Category Archives: Live

Online recordings

I may have forgotten to mention here that I have a SoundCloud account where I upload things. So to correct this: I have a SoundCloud account where I upload things! Mostly it is sound tests, various proofs of concept, there a a few pedal demos etcetera.

This is the link that takes you to the page.

Here are some pieces of actual music I recorded today – I just put the phone down in front of the amplifier and uploaded straight from the SC app. Recording on the phone is not without risk… Sorry.

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The latest videos

Here are the latest additions to my Youtube channel.

First, another example of what happens when you glitch the tempo on a Deluxe Memory Boy delay pedal. Since it keeps changing tempo the delays are constantly pitch shifting. This could very easily be gimmicky and distracting but with this soundscape it works very well.

Next, a demonstration of what the “crush, kill and destroy” function of the Fuck Overdrive from smallsound/bigsound does to the signal from an electric guitar. The real juice starts after the five minute mark!

Finally a demonstration of the types of sounds that can be expected from a Malekko Vibrato. Warning: dog hairs.

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New looping video

Did this yesterday, a few new tricks and techniques this time and not quite as “nice” sounding.

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Youtube debut!

A spur of the moment recording I did while playing the other day. Came out pretty well I think.

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Live Music

This, in my opinion, is the whole point of music – playing it live. Music is an event; it takes place when performer and audience meet. Music is an outside entity; it is created when performer and audience merge. I have experienced this for myself, but only a bare handful of times and always as an audient. A live performance has the ability to in a very real and tangible way change the people involved. One person enters, another person leaves.

Given the experiential nature of music, and the way a live performance involves many more senses than a studio record listened to through a stereo system, I have found many to be be of the opinion that live records are somehow inferior entities, below both the sweaty gig and the considered studio album. I disagree, and have always done.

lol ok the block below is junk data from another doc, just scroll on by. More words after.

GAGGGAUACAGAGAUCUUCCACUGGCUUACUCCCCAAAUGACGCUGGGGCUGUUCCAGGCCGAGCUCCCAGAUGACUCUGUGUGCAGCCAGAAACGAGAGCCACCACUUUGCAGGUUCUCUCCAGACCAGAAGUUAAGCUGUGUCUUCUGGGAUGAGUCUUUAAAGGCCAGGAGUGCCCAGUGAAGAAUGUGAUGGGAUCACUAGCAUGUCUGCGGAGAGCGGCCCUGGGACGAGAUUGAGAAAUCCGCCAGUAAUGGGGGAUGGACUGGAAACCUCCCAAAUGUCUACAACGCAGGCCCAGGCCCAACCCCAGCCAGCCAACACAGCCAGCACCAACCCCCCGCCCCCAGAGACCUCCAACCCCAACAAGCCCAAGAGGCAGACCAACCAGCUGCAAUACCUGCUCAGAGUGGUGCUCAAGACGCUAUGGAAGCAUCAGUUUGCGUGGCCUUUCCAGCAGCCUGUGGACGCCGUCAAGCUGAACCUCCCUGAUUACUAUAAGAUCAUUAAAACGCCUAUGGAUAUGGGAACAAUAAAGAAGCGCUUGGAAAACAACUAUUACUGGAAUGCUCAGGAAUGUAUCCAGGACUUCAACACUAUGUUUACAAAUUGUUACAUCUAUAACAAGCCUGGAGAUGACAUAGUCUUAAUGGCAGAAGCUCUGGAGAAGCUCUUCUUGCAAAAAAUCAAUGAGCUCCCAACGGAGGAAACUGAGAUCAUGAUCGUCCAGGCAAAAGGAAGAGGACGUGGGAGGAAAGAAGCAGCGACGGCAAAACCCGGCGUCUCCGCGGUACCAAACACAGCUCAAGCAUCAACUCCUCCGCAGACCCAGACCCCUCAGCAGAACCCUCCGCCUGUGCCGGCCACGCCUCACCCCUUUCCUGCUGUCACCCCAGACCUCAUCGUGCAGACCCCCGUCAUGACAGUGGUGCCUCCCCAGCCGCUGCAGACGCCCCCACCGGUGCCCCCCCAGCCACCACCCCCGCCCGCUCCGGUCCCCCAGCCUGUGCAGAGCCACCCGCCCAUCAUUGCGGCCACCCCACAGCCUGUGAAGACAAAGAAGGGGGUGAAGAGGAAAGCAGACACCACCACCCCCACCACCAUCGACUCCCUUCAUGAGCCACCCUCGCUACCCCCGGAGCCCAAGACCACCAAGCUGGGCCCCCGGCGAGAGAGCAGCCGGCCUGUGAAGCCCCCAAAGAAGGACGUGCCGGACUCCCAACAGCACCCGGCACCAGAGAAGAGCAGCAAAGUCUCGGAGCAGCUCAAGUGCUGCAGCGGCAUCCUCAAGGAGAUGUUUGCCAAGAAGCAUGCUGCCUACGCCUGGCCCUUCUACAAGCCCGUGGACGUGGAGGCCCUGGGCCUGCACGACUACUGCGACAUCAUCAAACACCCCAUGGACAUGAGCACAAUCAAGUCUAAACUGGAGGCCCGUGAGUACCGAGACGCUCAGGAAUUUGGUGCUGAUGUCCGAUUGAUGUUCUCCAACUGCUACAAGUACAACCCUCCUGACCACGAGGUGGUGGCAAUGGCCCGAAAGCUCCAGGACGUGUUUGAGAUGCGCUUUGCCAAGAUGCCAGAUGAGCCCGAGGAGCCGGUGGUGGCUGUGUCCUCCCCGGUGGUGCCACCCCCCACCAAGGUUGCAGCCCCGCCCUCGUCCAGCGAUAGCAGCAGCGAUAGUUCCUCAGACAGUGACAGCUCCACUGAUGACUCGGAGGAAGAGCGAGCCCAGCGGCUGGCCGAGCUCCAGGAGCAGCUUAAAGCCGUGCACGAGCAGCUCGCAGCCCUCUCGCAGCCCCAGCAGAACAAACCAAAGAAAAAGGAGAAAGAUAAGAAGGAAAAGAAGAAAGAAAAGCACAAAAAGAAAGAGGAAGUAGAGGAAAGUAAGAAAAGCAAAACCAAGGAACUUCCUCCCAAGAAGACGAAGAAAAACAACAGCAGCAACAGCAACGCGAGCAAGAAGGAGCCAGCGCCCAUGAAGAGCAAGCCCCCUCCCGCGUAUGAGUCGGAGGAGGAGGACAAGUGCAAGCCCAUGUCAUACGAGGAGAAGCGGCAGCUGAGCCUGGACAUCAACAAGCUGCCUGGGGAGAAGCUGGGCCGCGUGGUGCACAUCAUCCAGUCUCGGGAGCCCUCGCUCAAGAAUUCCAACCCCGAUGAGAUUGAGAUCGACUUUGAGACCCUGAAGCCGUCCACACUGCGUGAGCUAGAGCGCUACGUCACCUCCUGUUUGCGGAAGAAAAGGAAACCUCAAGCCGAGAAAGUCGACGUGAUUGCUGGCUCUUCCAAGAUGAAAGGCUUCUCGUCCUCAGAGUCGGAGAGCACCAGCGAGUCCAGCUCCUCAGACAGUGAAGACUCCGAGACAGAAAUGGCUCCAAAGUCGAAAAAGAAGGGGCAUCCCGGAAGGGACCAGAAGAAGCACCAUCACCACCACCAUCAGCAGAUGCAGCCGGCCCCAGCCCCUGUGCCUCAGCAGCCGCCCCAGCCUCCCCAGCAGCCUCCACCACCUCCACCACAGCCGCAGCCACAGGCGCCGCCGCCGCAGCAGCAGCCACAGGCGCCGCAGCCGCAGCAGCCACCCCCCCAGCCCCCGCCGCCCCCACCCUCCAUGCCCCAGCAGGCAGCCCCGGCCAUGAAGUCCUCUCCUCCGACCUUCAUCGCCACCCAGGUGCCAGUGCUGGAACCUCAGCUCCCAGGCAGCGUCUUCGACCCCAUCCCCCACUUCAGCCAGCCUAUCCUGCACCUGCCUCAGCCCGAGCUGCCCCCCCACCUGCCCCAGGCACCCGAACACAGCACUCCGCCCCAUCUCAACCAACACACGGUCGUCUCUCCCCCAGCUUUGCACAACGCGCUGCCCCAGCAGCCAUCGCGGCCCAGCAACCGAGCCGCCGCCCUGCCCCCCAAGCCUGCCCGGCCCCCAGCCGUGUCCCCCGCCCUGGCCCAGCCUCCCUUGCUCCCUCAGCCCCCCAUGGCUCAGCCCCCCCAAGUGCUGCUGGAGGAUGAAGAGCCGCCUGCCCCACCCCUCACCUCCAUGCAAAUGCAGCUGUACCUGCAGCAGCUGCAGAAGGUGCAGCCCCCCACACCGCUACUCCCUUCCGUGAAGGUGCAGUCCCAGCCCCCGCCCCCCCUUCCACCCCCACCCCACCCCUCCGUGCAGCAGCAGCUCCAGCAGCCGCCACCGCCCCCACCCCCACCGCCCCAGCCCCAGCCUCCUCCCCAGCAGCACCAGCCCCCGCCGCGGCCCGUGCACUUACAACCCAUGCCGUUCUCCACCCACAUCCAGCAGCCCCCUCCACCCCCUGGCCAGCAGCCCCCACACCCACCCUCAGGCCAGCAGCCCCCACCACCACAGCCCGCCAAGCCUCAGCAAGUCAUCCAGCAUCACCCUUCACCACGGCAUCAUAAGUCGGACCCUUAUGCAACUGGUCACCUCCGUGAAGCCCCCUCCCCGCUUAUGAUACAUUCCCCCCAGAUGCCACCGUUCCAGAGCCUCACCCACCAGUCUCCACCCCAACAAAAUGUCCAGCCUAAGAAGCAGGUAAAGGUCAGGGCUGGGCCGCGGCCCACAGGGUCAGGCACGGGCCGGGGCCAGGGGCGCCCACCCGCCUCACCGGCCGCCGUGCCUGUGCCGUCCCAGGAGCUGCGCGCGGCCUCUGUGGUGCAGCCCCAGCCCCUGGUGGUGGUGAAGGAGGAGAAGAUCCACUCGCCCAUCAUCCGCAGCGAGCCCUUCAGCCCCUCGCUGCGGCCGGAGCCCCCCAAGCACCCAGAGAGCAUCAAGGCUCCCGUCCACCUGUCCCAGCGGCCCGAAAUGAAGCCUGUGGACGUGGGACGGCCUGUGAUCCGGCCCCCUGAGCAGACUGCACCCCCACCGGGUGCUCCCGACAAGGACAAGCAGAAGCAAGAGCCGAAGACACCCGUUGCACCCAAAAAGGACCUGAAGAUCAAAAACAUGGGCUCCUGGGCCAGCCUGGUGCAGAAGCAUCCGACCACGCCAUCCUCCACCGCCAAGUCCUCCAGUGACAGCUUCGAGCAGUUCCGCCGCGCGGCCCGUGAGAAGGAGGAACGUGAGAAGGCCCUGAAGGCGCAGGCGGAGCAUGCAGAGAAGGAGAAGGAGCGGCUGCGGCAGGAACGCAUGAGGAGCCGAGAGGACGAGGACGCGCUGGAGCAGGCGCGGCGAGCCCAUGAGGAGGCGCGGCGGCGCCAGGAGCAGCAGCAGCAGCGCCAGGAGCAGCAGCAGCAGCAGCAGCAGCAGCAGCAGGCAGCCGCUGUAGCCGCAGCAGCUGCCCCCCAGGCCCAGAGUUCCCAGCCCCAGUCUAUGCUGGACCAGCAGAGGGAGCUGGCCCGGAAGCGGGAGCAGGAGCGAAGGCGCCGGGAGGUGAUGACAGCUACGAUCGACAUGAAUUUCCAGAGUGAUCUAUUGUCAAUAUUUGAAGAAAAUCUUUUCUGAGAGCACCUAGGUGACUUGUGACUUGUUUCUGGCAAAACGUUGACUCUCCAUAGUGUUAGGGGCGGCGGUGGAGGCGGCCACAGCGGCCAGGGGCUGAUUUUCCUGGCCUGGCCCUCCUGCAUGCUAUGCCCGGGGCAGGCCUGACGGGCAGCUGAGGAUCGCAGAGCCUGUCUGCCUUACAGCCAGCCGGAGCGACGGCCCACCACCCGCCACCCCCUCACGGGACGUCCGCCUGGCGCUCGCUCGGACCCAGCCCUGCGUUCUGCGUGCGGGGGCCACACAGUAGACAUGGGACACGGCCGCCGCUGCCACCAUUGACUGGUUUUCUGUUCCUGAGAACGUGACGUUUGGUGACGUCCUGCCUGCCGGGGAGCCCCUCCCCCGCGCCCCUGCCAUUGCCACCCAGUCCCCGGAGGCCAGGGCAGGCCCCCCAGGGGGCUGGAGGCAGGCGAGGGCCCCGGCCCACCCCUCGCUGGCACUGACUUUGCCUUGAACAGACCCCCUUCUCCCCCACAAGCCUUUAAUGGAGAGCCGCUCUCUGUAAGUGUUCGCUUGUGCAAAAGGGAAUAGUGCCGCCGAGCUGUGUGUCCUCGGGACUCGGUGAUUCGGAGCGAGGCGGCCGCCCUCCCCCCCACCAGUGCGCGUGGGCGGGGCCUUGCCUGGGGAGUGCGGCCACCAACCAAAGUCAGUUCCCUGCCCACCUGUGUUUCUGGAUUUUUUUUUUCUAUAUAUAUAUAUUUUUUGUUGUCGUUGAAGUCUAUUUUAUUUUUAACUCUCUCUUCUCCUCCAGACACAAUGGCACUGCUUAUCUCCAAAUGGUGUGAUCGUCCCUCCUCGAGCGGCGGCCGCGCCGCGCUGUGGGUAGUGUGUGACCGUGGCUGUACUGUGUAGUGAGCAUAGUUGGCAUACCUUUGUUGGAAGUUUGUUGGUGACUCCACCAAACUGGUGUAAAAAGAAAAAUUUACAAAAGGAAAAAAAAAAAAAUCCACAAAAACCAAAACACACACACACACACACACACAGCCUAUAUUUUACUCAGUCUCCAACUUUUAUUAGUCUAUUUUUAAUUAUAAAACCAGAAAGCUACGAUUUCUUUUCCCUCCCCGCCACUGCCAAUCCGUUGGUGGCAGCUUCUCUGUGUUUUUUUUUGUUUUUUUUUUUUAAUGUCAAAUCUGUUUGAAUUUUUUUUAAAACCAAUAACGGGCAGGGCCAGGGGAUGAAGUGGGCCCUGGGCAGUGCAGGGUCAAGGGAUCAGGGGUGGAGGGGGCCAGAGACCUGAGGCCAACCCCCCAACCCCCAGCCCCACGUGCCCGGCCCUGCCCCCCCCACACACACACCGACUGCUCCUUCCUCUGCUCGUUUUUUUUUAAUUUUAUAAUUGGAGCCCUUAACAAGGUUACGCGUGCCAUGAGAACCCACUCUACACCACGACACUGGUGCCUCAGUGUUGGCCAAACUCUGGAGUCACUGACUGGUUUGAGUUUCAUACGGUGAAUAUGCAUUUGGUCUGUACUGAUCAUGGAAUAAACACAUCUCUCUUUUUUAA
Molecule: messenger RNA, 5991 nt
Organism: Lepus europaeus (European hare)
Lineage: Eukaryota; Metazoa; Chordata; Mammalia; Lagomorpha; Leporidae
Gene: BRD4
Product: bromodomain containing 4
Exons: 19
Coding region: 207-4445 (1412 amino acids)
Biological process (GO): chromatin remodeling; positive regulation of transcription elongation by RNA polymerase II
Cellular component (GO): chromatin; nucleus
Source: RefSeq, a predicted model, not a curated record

I think the way I started to really listen to and be affected by music plays a big part in this. I can point out four, maybe five records that really got me interested in music, and two of those are live recordings. Well, one and a half at least: The Nits’ Urk and U2’s Rattle & Hum (for more on R&H, see my Achtung Baby review).

An important effect of this was that when at the tender age of 9-10-ish I heard the studio recordings of these songs, I became aware, at least subconsciously, of the concept of rearranging music. Of adding, removing and changing parts of songs to make them work better live, to add variety for the players and to accomodate new ideas. I was downright disappointed in the Joshua Tree version of U2’s “Bullet the Blue Sky” for example. At the very onset of when I started to really listen to music I was given the impression that live music was somehow better.

And it has been like that ever since. Of course there are exceptions, but take a band like King Crimson: here, the studio recordings are actually less important than the live performances. Yes, their albums provide an opportunity for considered statements and the introduction of new material to the audience, but it is not until the pieces have been played live for at least one whole tour that they truly become what can be. Very few KC songs are ever better in their studio versions. And happily in KC’s case there is a plethora of live material availiable for purchase and immediate download on the DGM Live website, currently spanning 40 years of playing.

I do not have a conclusion or anything to all this, I just wanted to present a few thoughts on the subject. Let me say this – I missed Leonard Cohen’s recent touring in Europe due to lack of money, and I am instead very very greatful for the live recording made in London that was later released on CD and DVD. Without it, I never would have had my life changed by hearing “A Thousand Kisses Deep”.

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Living out of a suitcase